Eliot Borenstein. Overkill: Sex and Violence in Contemporary Russian Popular Culture. Ithaca: Cornell University Press, 2008. xv + 265 pp. $69.95 (cloth), ISBN 978-0-8014-4583-5; $21.95 (paper), ISBN 978-0-8014-7403-3.
Reviewed by Susanne M. Cohen (Temple University)
Published on H-SAE (October, 2010)
Commissioned by Abby L. Drwecki
Making Sense of Excess in 1990s Russian Popular Culture
Eliot Borenstein’s Overkill provides an immensely entertaining as well as intellectually provocative window into some of the most salacious aspects of post-Soviet Russian popular culture. The book focuses on the explosion of public discourse about sex and violence in Russia in the post-Soviet period, with a particular emphasis on the nineties aesthetic that Borenstein calls “overkill,” an approach to representation that glories in depicting shocking details about post-Soviet life in a repetitive, excessive manner that lacks any sense of restraint. Overkill is a version of chernukha, the darkly pessimistic, naturalistic style of fiction, film, and journalism that first emerged during glasnost. Yet, as Borenstein describes, while the initial forays into chernukha existed in a clear moral context, unveiling a disturbing reality in order to reveal the “truth” masked by Soviet official discourse and, thereby, inspire social action, the world-weary overkill of the 1990s had lost any sense of moral mission. Driven by a deep anxiety about the state of the nation, it could only follow a tireless logic of indulgence and fear: “Let us see once again what horrifies us every day” (p. 18). Borenstein, a scholar of Slavic studies, takes a mainly literary approach, delving into the print world of nineties pulp fiction, pornographic magazines, and tabloid newspapers, with an occasional glance at film, television, and related high literature. However, there is also much here of interest to anthropologists of postsocialism, especially those concerned with gender, nationalism, and the mass media, as well as the general contours of postsocialist change.
It is hard to do justice to the varied, intriguing, and often strange terrain that Borenstein covers, which encompasses, to name only a few examples, a mass-market paperback entitled You’re Just a Slut, My Dear! (1999), a pornographic spread of half-dressed models in SS-uniforms posing in front of the Chernobyl nuclear power plant, and a controversial excerpt from novelist Vladimir Sorokin that features Nikita Khrushchev and Joseph Stalin mutually engaged in an intimate act. Borenstein also introduces us to countless fictional and nonfictional settings of runaway criminality, where blood-soaked beatings, profit-seeking bandits, crooked policemen, and sadistic sexual assaults are all a matter of course. Rather than dismissing such phenomena as mere entertainment or as the inevitable result of lifting Soviet-era repression, however, Borenstein seeks meaning in excess, suggesting that nineties popular culture was a particularly privileged site for defining the Russian nation in a decade of crisis, anxiety, and uncertainty, when the country’s fall from superpower status was widely felt. While many Russians at the time viewed the obsessive focus on sex and violence in itself as a sign of the country’s decline, Borenstein argues, representations of sex and violence in popular culture were also a way of coming to terms with the nation’s fate, thus providing “a symbolic vocabulary for the expression of fundamental anxieties about national pride, cultural collapse, and the frightening new moral landscape of [Boris] Yeltsin’s Russia” (p. 23).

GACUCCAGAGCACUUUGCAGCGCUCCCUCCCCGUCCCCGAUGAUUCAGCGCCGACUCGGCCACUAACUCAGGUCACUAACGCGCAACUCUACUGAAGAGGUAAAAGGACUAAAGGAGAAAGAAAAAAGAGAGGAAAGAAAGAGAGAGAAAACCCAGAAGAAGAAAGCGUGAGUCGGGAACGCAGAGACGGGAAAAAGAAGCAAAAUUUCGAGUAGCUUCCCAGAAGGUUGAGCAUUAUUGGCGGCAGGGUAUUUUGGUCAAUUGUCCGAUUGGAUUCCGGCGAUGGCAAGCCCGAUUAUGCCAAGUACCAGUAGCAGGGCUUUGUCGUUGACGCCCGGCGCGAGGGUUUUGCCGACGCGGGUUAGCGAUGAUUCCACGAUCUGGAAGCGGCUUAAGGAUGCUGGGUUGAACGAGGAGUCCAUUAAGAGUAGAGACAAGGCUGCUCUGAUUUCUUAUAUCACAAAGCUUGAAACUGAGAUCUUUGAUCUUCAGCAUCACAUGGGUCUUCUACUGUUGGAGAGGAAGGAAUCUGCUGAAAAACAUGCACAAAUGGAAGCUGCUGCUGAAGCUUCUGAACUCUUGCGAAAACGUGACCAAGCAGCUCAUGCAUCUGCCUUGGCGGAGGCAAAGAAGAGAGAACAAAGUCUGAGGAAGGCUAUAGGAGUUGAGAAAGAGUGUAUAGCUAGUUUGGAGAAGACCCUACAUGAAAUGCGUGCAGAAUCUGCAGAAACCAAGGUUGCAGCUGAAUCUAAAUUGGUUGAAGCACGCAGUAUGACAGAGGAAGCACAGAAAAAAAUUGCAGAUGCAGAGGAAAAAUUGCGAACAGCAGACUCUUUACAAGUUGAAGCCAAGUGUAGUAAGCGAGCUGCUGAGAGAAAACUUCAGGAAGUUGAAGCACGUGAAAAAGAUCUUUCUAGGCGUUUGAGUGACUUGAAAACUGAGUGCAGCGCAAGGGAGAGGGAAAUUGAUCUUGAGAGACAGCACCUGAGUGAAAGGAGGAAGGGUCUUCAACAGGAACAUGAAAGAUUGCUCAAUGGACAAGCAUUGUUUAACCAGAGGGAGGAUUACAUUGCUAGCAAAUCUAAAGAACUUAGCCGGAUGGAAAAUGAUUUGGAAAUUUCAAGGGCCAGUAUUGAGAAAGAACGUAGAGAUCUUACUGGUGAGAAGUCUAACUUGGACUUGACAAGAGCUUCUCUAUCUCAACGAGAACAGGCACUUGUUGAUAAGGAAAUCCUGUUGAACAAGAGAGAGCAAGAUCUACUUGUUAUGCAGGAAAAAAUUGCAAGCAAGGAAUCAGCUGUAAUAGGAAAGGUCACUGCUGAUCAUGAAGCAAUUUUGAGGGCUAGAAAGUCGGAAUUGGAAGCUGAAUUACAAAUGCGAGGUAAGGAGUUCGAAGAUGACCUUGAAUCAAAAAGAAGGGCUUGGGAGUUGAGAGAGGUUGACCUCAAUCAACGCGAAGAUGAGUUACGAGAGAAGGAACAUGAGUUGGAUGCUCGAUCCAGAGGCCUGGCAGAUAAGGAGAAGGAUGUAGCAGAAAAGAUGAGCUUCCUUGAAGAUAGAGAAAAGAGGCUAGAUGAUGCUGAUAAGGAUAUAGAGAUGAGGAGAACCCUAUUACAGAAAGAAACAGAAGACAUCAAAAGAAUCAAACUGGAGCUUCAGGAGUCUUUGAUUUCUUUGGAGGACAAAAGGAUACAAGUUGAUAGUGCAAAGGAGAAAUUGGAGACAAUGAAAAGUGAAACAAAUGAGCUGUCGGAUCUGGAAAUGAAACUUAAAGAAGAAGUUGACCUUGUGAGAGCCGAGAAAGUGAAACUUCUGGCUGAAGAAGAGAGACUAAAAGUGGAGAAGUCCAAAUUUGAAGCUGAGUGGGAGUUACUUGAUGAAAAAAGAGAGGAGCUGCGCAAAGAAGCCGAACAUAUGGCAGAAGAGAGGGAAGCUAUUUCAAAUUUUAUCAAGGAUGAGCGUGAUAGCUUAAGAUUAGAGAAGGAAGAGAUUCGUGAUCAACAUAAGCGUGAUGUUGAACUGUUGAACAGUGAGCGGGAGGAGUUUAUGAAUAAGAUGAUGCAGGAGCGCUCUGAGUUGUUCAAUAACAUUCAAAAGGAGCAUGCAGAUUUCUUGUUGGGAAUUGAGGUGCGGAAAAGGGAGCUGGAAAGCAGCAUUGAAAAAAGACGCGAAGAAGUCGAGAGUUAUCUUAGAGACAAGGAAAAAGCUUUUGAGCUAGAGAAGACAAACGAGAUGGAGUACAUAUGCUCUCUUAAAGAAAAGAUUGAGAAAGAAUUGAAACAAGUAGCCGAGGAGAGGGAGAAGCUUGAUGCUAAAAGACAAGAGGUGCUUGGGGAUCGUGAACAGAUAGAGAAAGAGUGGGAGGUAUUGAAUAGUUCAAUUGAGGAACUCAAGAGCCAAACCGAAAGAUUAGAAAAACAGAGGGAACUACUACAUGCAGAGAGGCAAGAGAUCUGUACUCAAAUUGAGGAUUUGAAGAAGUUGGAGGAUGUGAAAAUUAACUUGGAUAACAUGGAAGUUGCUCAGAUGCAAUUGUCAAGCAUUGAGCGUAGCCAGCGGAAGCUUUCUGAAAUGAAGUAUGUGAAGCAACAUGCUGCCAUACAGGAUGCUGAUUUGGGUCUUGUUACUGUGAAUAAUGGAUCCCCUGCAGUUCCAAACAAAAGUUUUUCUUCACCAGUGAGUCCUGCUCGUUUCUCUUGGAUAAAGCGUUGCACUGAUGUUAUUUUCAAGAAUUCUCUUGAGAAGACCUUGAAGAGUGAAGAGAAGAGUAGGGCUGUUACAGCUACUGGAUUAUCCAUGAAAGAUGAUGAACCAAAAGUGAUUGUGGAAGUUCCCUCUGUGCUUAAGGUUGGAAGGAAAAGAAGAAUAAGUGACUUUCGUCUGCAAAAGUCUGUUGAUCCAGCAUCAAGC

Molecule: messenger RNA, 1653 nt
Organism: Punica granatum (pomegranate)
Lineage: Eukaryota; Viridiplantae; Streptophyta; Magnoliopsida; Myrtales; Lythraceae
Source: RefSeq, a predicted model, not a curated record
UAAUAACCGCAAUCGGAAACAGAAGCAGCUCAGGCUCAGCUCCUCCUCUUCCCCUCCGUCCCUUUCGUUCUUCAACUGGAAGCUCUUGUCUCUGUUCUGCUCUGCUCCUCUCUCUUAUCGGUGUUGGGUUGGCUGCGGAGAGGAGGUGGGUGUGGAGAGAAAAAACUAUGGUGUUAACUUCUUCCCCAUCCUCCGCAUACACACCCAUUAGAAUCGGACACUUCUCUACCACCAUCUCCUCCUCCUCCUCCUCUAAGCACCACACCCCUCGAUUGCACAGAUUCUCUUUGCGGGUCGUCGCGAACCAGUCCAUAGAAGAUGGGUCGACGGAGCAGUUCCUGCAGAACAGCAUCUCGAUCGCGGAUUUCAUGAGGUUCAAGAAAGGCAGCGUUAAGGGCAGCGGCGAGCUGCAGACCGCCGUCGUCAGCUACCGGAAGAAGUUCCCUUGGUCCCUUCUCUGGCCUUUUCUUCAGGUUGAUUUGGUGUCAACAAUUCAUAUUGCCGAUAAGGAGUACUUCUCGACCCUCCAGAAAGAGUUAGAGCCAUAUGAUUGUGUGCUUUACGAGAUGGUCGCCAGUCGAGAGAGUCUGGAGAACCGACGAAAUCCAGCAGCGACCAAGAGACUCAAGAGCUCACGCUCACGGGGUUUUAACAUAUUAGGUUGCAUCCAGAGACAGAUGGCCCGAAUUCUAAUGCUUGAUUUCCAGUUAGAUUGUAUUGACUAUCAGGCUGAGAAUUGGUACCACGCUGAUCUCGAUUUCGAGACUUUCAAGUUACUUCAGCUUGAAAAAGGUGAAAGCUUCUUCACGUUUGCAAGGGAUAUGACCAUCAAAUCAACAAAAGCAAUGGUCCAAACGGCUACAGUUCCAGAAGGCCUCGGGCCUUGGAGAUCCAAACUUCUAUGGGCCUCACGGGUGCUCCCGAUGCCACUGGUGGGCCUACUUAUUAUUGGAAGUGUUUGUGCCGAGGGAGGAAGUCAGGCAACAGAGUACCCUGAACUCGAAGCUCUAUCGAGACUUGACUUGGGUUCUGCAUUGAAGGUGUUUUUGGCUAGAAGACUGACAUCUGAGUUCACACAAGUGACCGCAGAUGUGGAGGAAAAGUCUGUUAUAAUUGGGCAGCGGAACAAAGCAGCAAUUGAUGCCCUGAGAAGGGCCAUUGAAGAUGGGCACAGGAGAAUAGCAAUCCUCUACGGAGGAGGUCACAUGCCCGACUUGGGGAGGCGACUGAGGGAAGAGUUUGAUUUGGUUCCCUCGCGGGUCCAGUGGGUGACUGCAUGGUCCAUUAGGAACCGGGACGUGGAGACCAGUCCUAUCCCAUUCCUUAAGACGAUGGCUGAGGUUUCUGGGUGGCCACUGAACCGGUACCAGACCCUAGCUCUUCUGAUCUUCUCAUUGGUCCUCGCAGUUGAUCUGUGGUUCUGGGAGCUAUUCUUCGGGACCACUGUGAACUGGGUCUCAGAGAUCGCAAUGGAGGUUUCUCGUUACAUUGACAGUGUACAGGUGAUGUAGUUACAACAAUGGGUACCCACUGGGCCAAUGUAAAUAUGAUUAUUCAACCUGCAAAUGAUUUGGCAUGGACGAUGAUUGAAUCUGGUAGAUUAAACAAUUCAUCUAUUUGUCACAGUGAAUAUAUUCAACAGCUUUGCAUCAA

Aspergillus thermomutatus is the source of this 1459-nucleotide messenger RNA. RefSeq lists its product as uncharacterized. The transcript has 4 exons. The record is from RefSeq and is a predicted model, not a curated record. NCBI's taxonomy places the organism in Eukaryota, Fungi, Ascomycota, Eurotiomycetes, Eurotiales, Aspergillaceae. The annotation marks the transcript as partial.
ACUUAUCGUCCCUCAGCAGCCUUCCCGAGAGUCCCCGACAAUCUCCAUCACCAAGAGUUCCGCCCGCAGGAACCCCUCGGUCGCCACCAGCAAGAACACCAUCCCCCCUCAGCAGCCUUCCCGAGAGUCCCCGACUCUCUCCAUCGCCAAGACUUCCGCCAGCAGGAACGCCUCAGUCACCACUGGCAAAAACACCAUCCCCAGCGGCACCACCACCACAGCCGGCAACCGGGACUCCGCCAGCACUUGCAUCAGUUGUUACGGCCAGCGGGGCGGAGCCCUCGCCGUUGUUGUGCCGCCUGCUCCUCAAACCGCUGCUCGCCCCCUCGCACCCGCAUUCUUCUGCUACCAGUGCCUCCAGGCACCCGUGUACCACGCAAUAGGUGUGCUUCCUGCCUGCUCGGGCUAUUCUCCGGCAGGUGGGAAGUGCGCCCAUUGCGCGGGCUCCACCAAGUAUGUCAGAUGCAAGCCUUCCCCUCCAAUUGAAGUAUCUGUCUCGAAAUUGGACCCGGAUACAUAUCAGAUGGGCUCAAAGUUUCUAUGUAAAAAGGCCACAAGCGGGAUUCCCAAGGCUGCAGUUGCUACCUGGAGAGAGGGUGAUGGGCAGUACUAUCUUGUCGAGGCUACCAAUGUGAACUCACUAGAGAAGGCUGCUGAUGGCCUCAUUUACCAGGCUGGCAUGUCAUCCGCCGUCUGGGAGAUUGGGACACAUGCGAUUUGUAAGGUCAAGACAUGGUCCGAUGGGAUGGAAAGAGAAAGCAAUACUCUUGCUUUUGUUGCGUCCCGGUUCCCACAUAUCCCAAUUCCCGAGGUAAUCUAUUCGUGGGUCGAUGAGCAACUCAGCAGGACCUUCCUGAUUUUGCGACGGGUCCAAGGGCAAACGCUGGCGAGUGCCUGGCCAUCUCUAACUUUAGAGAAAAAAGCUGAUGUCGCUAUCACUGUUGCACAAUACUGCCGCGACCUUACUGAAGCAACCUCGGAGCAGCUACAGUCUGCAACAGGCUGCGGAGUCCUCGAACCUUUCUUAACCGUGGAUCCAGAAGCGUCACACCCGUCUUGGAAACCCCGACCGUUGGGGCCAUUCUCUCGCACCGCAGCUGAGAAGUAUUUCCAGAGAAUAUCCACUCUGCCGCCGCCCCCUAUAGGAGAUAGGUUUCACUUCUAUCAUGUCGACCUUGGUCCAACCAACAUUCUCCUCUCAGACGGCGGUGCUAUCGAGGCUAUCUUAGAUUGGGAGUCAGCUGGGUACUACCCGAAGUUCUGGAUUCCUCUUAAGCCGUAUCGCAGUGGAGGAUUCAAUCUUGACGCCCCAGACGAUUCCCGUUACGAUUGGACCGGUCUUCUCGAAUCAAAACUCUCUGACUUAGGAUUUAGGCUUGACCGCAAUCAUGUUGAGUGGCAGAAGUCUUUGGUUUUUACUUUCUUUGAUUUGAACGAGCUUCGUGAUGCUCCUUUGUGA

The book is divided along the main axes of sex and violence. The first half begins by considering the emergence of aggressive public representations of sexuality in a country in which a talk show audience member speaking to American host Phil Donahue once famously proclaimed, “We have no sex!” Borenstein charts the sometimes hesitant, sometimes highly energetic “transformation of sex into discourse” in the late socialist and early postsocialist periods in such forums as the television show About That (which could only refer to its subject matter elusively) and the best-selling newspaper SPID-Info (which quickly moved from an ostensive goal of preventing sexually transmitted disease to sex-positive philosophy) (p. 33). However, Borenstein is most concerned here with the realm of the symbolic. He describes how sex, masculinity, and globalization became intimately intertwined in the 1990s popular imagination. In this context, he argues, much of the sexual imagery told a narrative of sexual humiliation at the hands of the West. Often the focus was the female body, a stand-in for Russia itself, which offered a possibly redemptive vision of national purity that, at the same time, was frequently said to have already been sold to the highest bidder in the new capitalist marketplace. This is particularly brought out by a chapter on the post-Soviet prostitute, who, Borenstein suggests, was a key symbol of the country’s national humiliation. Yet despite popular culture’s relentless focus on female bodies, Borenstein argues that the larger context here was a crisis of masculinity, in which Russian men had seemingly lost much of their essential manliness by surrendering some of their country’s most valuable resources (including Russian women) to the West. The flip side of this was that masculinity itself became increasingly important, particularly in a new super-potent nationalist form that was eminently Russian in character. In his chapter on pornography, Borenstein charts a significant shift from early nineties’ views that generally equated sexual expression with democracy to later, nationalist approaches that presented sex (for men in particular) as the ultimate cure for both national and sexual humiliation.